I’ve been quite motivated this winter to return to previous years’ efforts to write regularly and submit work weekly. Duotrope helps me achieve the latter.

Huge gratitude to both Duck Duck Mongoose Magazine and Compass Rose Literary Journal for publishing my work. The first picked up “Lavender Shortbread in February” for Issue 4: Valentines. Compass Rose picked up “No Headstone” for their Inaugural Issue.

Happy writing!

Untangling by Beach, Military Poetry, and Salmonberry Dreams

Weekend mornings are for writing, and submitting writing, and keeping the coffee hot and topped off. This morning, I’ve supplemented that routine with the read of an interview, the listen to a podcast, and a read of an article written by poet friends; each piece as diverse and wonderful as the thinker writers behind it. Worth your time to read and listen and marvel. Thank you, Eric Coughlin Hollowell, Lisa Stice, and Vivian Faith Prescott.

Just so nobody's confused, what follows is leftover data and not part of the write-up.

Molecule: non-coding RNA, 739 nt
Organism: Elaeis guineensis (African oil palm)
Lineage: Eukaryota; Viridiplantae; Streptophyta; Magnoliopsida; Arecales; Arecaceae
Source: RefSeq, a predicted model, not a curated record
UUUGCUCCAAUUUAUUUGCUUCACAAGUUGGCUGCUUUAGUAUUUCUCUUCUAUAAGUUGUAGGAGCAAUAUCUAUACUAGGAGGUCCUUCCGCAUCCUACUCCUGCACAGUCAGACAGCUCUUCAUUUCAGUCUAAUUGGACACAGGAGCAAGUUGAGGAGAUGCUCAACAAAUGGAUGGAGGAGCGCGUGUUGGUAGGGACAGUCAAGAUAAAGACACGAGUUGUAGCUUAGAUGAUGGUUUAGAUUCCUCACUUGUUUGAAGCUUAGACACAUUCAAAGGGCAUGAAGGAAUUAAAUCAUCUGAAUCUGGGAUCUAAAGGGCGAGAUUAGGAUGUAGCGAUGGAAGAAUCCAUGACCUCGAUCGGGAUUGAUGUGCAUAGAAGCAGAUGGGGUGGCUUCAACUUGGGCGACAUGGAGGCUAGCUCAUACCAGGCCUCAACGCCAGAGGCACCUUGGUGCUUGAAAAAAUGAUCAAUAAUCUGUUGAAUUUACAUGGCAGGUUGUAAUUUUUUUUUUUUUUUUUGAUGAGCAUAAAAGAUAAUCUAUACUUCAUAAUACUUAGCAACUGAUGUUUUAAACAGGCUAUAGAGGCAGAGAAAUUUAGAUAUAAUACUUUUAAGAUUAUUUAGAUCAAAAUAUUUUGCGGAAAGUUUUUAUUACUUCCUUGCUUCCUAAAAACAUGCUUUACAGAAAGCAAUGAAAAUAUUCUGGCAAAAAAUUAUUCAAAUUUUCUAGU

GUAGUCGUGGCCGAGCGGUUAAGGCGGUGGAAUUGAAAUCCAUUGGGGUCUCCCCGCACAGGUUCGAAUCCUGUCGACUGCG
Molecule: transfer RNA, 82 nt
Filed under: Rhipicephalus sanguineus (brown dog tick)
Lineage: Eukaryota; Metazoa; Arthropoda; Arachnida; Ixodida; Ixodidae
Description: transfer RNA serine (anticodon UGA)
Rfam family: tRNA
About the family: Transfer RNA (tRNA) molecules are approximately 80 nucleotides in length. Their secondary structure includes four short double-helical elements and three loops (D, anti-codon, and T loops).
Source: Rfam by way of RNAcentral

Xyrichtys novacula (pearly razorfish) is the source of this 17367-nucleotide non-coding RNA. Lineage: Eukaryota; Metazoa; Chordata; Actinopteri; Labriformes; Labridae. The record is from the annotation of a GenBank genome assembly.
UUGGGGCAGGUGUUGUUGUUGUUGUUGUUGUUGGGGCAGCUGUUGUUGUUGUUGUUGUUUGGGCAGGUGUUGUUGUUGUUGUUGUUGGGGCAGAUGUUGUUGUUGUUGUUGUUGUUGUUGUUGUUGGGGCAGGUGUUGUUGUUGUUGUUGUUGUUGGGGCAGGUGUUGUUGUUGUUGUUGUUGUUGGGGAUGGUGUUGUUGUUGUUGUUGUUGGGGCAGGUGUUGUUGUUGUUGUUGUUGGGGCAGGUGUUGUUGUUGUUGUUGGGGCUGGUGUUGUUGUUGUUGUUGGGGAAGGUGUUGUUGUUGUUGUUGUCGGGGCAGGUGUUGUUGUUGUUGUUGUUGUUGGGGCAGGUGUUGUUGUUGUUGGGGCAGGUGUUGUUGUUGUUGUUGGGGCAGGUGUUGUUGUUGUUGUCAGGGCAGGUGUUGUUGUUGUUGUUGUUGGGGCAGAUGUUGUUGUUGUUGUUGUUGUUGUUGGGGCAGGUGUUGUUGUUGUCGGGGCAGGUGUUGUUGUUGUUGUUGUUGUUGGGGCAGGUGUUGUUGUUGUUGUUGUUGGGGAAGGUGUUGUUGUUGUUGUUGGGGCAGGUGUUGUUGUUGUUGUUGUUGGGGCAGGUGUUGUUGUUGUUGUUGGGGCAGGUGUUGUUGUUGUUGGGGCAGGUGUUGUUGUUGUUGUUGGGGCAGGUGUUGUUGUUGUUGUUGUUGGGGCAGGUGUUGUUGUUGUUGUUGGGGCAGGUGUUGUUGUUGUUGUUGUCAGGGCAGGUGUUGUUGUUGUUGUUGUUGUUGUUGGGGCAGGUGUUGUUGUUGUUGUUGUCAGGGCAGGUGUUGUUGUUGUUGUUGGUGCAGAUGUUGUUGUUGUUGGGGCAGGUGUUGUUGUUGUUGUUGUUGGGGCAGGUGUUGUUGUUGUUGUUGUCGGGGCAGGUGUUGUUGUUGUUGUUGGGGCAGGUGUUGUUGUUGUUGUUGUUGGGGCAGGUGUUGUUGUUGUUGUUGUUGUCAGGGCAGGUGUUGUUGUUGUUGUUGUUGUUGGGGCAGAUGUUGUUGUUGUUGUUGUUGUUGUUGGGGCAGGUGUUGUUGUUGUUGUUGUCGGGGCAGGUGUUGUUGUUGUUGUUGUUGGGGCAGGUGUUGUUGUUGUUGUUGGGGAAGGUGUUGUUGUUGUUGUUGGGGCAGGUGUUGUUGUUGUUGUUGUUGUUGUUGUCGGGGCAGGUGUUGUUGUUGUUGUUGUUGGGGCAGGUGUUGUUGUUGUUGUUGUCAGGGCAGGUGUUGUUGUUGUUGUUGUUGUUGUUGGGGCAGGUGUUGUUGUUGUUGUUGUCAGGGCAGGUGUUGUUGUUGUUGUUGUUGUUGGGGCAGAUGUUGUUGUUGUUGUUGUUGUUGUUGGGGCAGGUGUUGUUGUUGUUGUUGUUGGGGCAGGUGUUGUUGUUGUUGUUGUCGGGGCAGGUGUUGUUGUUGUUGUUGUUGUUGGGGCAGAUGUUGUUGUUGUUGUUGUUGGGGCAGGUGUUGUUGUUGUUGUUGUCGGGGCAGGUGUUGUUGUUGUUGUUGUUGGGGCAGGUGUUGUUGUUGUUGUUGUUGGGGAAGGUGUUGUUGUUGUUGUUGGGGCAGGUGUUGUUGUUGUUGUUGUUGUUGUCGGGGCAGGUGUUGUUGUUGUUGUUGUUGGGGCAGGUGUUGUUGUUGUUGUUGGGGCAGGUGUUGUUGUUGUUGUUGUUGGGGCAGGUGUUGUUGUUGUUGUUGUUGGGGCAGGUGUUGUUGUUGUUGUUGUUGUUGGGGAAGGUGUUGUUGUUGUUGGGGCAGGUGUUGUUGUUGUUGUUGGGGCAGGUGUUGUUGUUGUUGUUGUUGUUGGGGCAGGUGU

Top 9 of 2022

There’s a Top Nine app that’s supposed to recap your Top Nine Instagram posts at the end of a year. Try and try again, it seems to gather not my top viewed posts, but the most recent nine photos. Maybe I’ve downloaded the wrong app, or perhaps I’ve misunderstood its intent. At any rate, I thought I’d recap my Top Nine writing moments of the year. And not use an app to do so, follow head and heart, instead. These are listed in no particular order.